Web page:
Chief executive of the non-governmental organization, save the children, Kevin Watkins, says the NGO is deeply disappointed by the cut, and that, the UK had “broken a promise” to the world’s neediest people that could lead to “100,000 lives not saved by immunization.”

The Archbishop of Canterbury, leader of the world’s Anglican communion, Justin Welby, said the cut “is shameful and wrong,” and against the teaching of Jesus Christ.

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Turkey Jails Hundreds For Life Over 2016 Failed Coup Attempt

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A Turkish court has jailed for life, three hundred thirty-seven former pilots and other suspects over an unsuccessful plot to overthrow president Recep Tayyip Erdogan four years ago.

475 defendants were accused of carrying out the attempt to overthrow the government in 2016, from an airbase near the capital Ankara.

More than 250 persons were killed in the attempt as rogue soldiers commandeered warplanes, helicopters and tanks in a bid to take control of key state institutions.

Of the 337 life sentences given, 291 were aggravated life sentences, the most severe punishment in Turkish courts. This means there is no possibility of parole.

State news agency, Anadolu, and other sources, said at least 25 F-16 pilots were given aggravated life sentences.

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Smaller Thanksgiving Gatherings Disrupt US Turkey Market

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Today is Thanksgiving Day in the United States—a day when millions of families get together, share turkey meals and revel. And it is a day of the famous Macy’s parade. But it’s a smaller occasion this year as COVID-19 has put a damper on large celebrations.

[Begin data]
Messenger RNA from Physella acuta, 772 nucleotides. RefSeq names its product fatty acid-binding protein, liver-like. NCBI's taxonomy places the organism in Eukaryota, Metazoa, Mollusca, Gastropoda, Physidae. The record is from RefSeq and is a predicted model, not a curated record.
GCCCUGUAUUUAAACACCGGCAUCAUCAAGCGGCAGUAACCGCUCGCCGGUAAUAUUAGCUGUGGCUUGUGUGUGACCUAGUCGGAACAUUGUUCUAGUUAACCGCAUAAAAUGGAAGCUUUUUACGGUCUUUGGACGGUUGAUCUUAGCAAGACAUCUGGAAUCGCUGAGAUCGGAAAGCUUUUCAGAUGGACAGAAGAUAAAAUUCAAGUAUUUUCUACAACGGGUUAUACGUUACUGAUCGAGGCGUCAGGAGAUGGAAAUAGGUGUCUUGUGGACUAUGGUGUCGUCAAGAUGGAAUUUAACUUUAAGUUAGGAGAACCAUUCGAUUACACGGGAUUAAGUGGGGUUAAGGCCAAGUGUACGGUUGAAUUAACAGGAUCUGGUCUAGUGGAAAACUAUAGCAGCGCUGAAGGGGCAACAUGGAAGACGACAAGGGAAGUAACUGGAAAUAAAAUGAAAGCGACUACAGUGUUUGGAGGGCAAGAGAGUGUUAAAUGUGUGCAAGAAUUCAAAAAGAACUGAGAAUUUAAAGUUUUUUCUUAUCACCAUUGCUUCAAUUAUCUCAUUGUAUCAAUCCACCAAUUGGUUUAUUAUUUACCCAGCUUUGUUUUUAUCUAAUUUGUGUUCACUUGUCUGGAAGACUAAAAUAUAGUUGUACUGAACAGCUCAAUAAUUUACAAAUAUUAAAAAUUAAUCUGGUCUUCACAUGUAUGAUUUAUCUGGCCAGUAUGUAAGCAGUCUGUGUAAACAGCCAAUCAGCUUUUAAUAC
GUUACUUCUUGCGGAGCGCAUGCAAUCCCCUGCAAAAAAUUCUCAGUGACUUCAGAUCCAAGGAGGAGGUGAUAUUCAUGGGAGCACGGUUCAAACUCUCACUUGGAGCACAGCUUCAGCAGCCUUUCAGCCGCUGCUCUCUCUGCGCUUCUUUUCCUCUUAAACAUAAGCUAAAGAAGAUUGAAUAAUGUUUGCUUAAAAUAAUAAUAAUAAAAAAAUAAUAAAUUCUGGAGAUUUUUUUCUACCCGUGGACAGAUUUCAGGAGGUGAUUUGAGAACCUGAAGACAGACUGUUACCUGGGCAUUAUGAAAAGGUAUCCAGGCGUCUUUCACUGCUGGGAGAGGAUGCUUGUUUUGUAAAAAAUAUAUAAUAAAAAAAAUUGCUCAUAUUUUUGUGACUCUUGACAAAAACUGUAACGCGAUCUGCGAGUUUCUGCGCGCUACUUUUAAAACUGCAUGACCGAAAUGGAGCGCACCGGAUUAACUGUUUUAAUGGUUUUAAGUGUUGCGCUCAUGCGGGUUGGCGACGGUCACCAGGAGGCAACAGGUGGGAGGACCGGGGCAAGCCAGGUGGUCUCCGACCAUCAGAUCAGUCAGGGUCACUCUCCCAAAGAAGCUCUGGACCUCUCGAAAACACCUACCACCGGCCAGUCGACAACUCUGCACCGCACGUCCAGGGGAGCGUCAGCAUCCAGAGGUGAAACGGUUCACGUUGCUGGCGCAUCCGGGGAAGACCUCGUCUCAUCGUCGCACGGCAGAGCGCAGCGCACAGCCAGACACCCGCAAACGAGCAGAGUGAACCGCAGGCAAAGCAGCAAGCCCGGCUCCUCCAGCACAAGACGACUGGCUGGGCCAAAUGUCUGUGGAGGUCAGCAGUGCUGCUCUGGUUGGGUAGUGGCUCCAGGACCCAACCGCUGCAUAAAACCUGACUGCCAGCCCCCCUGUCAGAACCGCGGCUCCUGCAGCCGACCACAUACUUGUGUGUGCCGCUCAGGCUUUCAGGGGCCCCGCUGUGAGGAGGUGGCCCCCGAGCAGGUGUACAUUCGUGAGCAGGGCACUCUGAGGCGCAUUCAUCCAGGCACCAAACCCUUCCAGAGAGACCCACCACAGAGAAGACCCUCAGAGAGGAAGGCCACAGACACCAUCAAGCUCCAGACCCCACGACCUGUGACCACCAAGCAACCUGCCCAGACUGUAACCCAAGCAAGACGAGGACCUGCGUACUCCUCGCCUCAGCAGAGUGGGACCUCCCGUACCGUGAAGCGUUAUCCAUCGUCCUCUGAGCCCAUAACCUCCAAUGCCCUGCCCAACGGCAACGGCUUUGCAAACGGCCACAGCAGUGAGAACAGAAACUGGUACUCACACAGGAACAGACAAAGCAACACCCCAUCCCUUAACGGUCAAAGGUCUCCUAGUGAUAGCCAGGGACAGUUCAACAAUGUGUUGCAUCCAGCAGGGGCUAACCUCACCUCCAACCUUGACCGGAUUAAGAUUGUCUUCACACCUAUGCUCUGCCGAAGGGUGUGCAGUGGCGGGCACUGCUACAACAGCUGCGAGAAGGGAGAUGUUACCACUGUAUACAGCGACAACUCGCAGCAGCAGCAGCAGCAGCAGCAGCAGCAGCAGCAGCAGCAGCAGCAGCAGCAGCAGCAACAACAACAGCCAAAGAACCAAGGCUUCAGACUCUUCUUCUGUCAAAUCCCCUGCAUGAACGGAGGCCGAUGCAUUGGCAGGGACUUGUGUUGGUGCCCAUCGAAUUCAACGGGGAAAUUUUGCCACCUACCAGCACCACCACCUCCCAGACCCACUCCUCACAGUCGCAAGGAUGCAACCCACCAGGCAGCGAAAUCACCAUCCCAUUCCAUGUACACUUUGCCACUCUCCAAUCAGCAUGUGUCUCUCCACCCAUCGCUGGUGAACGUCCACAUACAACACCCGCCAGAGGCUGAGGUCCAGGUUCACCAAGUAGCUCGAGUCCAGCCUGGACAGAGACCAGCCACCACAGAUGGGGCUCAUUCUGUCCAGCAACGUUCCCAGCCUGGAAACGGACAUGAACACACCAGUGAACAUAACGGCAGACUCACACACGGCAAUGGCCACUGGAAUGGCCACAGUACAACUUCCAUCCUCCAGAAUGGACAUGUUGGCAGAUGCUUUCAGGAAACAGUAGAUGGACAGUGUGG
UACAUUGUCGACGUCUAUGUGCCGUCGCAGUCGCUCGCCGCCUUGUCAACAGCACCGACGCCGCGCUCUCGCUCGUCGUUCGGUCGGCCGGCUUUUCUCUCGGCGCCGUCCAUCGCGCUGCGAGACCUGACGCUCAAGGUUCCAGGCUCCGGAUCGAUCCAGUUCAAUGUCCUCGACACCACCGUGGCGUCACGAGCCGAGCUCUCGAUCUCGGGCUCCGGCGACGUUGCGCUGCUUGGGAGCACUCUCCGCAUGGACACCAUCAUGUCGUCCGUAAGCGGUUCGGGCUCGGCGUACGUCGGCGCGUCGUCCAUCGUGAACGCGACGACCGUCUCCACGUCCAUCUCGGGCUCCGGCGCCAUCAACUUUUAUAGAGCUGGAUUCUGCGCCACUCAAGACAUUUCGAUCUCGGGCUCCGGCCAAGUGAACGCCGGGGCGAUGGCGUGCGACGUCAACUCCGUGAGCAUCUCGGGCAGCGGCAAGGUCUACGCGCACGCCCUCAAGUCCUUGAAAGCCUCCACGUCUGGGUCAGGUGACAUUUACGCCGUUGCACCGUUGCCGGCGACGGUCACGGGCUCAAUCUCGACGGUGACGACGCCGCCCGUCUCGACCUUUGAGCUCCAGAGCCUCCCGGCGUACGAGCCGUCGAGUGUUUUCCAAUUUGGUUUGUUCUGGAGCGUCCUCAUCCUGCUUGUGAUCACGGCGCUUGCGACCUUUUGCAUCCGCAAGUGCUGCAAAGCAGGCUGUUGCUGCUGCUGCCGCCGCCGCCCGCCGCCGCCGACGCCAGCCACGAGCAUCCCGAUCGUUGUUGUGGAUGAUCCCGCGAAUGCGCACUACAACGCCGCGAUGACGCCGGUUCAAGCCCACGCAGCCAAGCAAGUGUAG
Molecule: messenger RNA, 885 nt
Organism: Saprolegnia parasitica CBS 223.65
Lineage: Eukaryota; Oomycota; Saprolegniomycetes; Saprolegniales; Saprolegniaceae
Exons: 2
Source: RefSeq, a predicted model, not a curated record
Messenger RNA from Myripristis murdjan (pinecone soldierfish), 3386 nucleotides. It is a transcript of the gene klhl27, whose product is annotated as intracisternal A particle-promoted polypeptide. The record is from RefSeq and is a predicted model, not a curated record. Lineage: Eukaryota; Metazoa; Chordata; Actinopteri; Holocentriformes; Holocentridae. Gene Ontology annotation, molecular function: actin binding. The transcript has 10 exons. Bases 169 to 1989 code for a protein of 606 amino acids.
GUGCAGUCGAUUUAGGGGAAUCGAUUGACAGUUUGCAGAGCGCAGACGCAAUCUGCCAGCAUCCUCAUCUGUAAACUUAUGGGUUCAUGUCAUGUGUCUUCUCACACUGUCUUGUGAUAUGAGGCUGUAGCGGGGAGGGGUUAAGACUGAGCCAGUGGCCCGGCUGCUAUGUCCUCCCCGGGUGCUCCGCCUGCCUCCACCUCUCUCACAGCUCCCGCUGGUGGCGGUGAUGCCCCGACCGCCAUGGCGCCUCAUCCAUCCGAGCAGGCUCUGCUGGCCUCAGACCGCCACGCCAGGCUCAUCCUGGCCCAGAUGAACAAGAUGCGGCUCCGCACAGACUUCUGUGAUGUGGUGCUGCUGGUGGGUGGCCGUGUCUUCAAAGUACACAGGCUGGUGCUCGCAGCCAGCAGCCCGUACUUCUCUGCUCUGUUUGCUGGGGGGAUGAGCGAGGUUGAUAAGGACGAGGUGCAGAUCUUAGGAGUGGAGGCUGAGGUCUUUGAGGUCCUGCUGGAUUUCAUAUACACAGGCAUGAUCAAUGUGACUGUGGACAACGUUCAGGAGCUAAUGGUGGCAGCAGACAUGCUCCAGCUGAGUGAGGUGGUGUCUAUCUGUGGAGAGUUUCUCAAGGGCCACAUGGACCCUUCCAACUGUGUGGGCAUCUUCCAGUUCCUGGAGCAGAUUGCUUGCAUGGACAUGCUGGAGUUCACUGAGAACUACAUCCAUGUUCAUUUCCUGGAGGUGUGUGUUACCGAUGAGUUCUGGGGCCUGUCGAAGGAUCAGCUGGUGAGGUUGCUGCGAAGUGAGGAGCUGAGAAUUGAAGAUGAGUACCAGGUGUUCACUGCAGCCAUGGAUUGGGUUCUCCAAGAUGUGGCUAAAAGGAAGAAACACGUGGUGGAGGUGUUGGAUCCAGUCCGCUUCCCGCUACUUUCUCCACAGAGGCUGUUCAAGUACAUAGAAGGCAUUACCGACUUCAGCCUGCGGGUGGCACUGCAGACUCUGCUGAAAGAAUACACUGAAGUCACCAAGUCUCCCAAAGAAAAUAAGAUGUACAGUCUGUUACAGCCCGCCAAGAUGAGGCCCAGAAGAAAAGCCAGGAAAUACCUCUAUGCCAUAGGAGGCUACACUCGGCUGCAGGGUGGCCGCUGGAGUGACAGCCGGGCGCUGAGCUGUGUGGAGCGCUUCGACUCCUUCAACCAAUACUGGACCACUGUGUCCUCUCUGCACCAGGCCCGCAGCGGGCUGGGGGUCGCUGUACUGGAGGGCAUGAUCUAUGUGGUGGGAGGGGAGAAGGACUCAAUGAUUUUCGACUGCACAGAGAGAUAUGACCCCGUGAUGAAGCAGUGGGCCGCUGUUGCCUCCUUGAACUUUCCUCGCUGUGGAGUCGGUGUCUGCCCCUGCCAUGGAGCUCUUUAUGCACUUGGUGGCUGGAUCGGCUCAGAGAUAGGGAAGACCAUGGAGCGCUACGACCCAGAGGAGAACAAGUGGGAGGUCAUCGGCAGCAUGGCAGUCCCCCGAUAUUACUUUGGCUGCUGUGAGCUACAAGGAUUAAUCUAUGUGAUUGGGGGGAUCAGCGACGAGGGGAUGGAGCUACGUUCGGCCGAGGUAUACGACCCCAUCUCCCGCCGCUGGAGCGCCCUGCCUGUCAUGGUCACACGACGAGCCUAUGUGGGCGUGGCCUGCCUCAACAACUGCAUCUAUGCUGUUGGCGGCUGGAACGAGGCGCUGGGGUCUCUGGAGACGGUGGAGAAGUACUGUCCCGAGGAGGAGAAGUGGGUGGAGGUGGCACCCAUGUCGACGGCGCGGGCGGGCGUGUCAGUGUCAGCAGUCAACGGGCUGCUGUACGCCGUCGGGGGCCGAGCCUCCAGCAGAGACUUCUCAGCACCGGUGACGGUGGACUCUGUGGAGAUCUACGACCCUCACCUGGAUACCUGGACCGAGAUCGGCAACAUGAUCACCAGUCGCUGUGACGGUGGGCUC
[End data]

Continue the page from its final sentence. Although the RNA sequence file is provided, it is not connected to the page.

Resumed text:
The turkey industry in the country is seeing both a shortage of smaller turkeys and a surplus of the bigger ones as more Americans plan to hold smaller gatherings for Thanksgiving as a result of the COVID-19 pandemic.

As Americans heed the advice of health authorities to hold smaller gatherings, they have had to downsize their turkeys from the usual thirty-pound birds.

A recent survey conducted by the American turkey and poultry company, butterball, found that three out of four of its respondents are opting for simpler, smaller dinners this year, which is in line with recommendations from the centers for disease control and prevention.

But that creates a problem for America’s turkey industry where at least forty million turkeys are usually consumed every Thanksgiving. The national turkey federation says most of the frozen turkeys one would find in the supermarkets now had gone into the field before the pandemic hit.  Now, there is a huge backlog, especially of the big size birds that people are not buying because of reduction in crowd sizes.

Nonetheless, Americans say they will make the best of this thanksgiving day and pray that next year would be coronavirus-free. Then, life can return to normal.